amfAR, The Foundation for AIDS Research

STOP AIDS Launches Hard-Hitting Prevention Education Campaign

October 10, 2002—Living with HIV disease is no picnic. This is the message of a new social marketing campaign launched this week by San Francisco's STOP AIDS Project in an effort to counter the growing perception among HIV-negative men that HIV/AIDS can be easily managed and does not pose as much of a threat as it once did.

Stark black-and-white depictions of four HIV-positive men highlight some of the most common side effects of the disease and the anti-HIV drugs used to treat it, including facial wasting, night sweats, diarrhea, and the abnormally distended stomach commonly called "Crix belly" (after the protease inhibitor Crixivan). "Don't get me wrong, I'm glad to be alive," each ad says. "But HIV is no picnic." The ads will appear in the Bay Area Reporter and in area bus shelters.

Please click below to link to the four ads.

Stop AIDS Project Logo 

 

Like other major cities nationwide, San Francisco is experiencing a rise in the number of HIV and other sexually transmitted disease infections among gay and bisexual men. Cases of syphilis, a disease that significantly increases the risk of being infected with the AIDS virus, have quadrupled in the past three years. Cases of HIV infection, which causes AIDS, have doubled in the past five years.

We know that some people will be shocked by the "in your face" nature of the ads [but] we consider this a truth in advertising campaign. —David Evans, STOP AIDS Project Program Director 

City health experts estimate that there will be 700 to 800 new HIV infections in San Francisco this year, numbers that rival the early years of the AIDS epidemic.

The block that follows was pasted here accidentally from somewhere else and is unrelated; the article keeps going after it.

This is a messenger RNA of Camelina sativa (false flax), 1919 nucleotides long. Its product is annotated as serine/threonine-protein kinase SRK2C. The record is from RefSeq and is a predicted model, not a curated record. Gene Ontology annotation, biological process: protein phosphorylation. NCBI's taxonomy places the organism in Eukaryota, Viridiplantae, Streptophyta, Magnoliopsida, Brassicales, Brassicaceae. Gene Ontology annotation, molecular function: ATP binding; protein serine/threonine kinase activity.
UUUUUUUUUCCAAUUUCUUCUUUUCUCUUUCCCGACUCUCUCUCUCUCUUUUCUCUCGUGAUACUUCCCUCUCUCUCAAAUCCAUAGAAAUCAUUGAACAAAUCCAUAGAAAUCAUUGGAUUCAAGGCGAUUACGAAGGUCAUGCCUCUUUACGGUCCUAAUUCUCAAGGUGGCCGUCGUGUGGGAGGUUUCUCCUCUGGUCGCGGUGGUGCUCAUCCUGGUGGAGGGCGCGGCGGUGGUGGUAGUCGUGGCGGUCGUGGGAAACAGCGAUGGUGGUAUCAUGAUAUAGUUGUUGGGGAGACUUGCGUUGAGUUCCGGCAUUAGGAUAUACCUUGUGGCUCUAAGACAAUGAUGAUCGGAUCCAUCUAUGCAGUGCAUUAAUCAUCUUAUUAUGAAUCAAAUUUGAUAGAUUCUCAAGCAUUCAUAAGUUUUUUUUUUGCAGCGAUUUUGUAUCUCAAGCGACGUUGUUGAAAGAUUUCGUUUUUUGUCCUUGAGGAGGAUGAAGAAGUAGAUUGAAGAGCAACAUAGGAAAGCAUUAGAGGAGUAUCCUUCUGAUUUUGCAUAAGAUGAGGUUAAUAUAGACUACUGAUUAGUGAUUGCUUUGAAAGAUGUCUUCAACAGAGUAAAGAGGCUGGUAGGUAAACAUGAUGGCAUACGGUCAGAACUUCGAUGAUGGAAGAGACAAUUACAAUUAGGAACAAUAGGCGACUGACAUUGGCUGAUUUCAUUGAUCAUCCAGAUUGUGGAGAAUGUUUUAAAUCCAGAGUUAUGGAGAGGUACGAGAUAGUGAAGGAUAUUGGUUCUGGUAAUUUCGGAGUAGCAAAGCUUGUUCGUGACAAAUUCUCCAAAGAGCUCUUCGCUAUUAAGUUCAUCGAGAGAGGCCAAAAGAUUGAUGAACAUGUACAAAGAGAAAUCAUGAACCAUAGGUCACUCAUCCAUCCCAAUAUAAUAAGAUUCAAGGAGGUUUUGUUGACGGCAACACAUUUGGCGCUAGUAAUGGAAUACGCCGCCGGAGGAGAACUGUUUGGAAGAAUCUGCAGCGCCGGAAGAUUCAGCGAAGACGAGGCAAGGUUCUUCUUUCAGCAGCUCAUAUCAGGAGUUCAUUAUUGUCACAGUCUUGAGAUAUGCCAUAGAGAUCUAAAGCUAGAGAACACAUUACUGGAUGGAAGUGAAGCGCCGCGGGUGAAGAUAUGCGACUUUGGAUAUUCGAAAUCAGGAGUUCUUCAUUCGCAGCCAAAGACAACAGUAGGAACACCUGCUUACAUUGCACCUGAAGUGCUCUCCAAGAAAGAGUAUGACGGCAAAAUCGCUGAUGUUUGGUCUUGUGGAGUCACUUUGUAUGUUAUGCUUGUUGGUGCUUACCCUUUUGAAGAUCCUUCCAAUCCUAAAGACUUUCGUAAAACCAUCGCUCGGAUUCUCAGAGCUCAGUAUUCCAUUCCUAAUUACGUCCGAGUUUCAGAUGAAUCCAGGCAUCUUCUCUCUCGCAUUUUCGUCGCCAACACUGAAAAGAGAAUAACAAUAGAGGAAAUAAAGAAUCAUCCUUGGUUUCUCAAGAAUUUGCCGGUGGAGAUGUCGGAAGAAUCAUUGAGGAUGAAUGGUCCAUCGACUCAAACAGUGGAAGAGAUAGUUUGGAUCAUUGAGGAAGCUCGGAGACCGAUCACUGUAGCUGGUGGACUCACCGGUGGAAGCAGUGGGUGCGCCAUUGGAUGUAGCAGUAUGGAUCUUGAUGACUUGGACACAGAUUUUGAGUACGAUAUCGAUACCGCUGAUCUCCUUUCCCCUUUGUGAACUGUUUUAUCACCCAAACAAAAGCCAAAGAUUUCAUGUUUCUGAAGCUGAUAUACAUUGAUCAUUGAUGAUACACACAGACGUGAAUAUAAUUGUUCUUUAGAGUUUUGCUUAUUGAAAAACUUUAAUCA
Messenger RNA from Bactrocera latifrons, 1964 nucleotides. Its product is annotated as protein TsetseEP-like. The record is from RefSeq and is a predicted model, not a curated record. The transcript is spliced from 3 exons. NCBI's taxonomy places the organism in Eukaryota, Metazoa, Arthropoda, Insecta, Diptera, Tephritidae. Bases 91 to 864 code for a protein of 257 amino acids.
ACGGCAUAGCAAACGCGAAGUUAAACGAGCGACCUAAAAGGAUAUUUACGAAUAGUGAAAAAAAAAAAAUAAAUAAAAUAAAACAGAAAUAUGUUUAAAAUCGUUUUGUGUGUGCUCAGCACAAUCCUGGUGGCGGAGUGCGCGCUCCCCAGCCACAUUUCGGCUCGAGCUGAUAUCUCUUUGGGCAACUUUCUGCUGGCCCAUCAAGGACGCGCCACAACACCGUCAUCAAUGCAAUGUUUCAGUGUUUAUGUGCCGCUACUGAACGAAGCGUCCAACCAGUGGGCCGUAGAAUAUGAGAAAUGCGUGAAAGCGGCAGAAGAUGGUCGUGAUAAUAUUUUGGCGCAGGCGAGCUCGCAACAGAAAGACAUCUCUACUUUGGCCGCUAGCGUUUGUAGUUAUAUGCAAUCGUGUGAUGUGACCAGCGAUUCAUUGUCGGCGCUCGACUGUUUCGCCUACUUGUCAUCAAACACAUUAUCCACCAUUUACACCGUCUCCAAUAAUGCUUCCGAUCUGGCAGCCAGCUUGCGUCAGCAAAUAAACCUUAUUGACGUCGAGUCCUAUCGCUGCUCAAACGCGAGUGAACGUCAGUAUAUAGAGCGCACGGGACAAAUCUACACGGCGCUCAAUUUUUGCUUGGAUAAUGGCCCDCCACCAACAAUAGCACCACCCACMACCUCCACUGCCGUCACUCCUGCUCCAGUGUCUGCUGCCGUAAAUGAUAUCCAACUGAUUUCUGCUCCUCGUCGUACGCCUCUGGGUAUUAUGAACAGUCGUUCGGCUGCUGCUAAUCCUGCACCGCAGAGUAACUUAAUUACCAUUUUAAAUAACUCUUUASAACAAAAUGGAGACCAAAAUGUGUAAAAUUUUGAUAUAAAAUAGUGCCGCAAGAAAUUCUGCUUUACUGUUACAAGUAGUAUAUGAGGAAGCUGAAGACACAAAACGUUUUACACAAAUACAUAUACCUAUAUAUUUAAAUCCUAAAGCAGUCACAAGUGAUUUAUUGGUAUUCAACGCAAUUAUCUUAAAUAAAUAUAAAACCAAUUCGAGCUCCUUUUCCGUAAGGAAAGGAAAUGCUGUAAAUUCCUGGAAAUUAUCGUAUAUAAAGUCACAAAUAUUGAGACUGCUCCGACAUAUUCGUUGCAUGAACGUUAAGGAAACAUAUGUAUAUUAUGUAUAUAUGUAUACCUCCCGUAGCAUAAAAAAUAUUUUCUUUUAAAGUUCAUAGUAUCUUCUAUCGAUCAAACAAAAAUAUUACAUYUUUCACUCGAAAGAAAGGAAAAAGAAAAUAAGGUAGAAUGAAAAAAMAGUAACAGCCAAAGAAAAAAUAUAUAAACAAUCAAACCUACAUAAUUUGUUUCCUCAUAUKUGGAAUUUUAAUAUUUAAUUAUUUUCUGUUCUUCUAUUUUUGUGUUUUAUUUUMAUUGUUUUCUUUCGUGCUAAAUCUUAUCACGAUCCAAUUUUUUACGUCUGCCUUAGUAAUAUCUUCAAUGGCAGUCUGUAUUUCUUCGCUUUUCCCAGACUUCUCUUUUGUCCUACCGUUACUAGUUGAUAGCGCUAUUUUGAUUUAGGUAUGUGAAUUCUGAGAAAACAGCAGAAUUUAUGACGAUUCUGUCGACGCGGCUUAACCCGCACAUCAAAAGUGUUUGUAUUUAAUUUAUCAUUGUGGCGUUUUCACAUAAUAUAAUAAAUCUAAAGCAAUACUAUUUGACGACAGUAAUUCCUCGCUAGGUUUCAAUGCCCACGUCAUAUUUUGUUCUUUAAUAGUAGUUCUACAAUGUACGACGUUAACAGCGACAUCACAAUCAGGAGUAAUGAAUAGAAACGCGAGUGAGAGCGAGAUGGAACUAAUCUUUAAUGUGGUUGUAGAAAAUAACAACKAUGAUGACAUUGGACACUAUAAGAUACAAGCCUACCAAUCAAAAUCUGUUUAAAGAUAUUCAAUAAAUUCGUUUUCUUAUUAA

The increase in HIV infections is being driven in part by a relapse to unsafe sexual behaviors among men who have sex with men (MSM), particularly unprotected anal intercourse, or "barebacking." As the Centers for Disease Control and Prevention reported earlier this year, research suggests that some MSM are now less concerned about becoming HIV-infected than in the past and may be inclined to take more risks.

Les Pappas, president of San Francisco-based Better World Advertising, which designed the campaign, explains its importance. "People need to know that despite the advances in treatments, gay men are still dying from this disease. And the guys who aren't dying are dealing with some pretty serious health problems. It's better than before, but having HIV can still be a living hell."

Founded in 1984, the STOP AIDS Project works to prevent HIV transmission among gay and bisexual men in San Francisco through multicultural, community-based organizing. The ads are the brainchild of the group's Positive Force program, which works primarily with HIV-positive men to help end the spread of HIV, and to foster a sense of community that encourages and promotes nurturing, supportive relationships among men who have sex with men.

As STOP AIDS Program Director David Evans explained, "The HIV-positive guys who make up our Positive Force program have been waiting for an opportunity to tell negative guys how tough it can be to live with HIV."